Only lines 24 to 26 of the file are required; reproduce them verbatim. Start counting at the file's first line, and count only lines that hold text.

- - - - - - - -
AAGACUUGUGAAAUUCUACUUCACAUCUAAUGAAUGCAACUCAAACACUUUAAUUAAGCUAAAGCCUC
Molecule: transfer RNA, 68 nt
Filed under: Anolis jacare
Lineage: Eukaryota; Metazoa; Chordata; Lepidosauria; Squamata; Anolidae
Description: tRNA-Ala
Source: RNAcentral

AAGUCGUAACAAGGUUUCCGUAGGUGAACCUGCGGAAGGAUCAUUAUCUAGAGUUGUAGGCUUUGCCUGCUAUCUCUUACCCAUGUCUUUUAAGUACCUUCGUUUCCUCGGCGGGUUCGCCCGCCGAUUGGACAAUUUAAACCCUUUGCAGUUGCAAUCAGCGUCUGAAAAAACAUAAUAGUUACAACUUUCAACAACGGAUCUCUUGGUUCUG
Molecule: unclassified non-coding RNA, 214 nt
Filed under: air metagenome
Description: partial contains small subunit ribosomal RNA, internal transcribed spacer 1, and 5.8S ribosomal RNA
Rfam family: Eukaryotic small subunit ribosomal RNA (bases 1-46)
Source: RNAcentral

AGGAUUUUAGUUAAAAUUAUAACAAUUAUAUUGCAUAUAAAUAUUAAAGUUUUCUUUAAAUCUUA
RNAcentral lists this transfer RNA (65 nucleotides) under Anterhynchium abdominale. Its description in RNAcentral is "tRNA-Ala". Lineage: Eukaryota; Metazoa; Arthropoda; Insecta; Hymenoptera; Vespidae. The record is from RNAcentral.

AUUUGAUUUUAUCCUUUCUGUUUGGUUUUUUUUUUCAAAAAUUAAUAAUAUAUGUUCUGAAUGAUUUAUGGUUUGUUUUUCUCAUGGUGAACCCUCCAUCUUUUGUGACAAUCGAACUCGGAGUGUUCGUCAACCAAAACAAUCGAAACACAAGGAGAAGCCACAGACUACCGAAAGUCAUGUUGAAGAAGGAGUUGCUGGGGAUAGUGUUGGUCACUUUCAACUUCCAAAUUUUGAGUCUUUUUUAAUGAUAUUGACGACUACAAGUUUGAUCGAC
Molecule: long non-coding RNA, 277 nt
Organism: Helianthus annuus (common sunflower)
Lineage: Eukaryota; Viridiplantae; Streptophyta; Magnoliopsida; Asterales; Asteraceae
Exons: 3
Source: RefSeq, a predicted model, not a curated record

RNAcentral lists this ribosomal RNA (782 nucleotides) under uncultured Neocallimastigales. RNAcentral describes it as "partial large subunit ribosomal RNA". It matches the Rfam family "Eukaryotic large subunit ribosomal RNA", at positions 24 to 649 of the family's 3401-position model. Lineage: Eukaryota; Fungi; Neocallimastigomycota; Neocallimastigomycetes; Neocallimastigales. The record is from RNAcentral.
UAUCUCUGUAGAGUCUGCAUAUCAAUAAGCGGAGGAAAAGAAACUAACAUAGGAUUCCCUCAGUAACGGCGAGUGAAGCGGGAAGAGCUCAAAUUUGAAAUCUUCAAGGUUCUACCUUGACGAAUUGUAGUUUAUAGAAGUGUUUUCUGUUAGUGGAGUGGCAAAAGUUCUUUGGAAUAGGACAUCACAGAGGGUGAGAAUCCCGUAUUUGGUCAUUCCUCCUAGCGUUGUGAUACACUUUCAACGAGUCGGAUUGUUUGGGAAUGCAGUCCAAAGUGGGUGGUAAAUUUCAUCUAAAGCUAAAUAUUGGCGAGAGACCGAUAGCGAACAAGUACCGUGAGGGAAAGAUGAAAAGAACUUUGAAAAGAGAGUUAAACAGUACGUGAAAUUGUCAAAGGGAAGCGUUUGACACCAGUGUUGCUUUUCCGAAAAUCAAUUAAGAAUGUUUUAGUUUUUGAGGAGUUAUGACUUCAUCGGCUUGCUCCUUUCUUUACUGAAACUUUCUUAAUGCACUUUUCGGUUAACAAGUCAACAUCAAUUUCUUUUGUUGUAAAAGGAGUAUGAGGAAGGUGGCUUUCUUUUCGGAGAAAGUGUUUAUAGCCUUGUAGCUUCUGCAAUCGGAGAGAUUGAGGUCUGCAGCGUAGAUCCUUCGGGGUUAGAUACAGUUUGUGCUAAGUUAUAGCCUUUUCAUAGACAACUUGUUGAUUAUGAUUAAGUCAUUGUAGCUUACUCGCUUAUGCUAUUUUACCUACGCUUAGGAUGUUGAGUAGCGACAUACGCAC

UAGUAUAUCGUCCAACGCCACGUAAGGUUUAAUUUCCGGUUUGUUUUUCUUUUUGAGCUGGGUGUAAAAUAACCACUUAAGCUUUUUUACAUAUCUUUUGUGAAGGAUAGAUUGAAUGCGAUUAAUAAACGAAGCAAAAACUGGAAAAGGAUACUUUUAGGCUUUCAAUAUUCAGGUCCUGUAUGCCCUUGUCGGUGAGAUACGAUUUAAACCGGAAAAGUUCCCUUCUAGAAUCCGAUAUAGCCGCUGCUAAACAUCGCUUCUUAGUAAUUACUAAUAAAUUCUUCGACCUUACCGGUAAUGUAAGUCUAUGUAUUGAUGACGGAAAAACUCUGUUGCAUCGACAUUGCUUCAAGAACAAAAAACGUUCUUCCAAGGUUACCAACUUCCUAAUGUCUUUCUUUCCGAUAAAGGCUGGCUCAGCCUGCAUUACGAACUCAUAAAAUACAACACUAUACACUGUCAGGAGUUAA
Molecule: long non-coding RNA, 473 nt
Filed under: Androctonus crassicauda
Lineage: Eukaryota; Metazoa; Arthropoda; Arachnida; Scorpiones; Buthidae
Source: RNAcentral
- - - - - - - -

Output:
Molecule: long non-coding RNA, 473 nt
Filed under: Androctonus crassicauda
Lineage: Eukaryota; Metazoa; Arthropoda; Arachnida; Scorpiones; Buthidae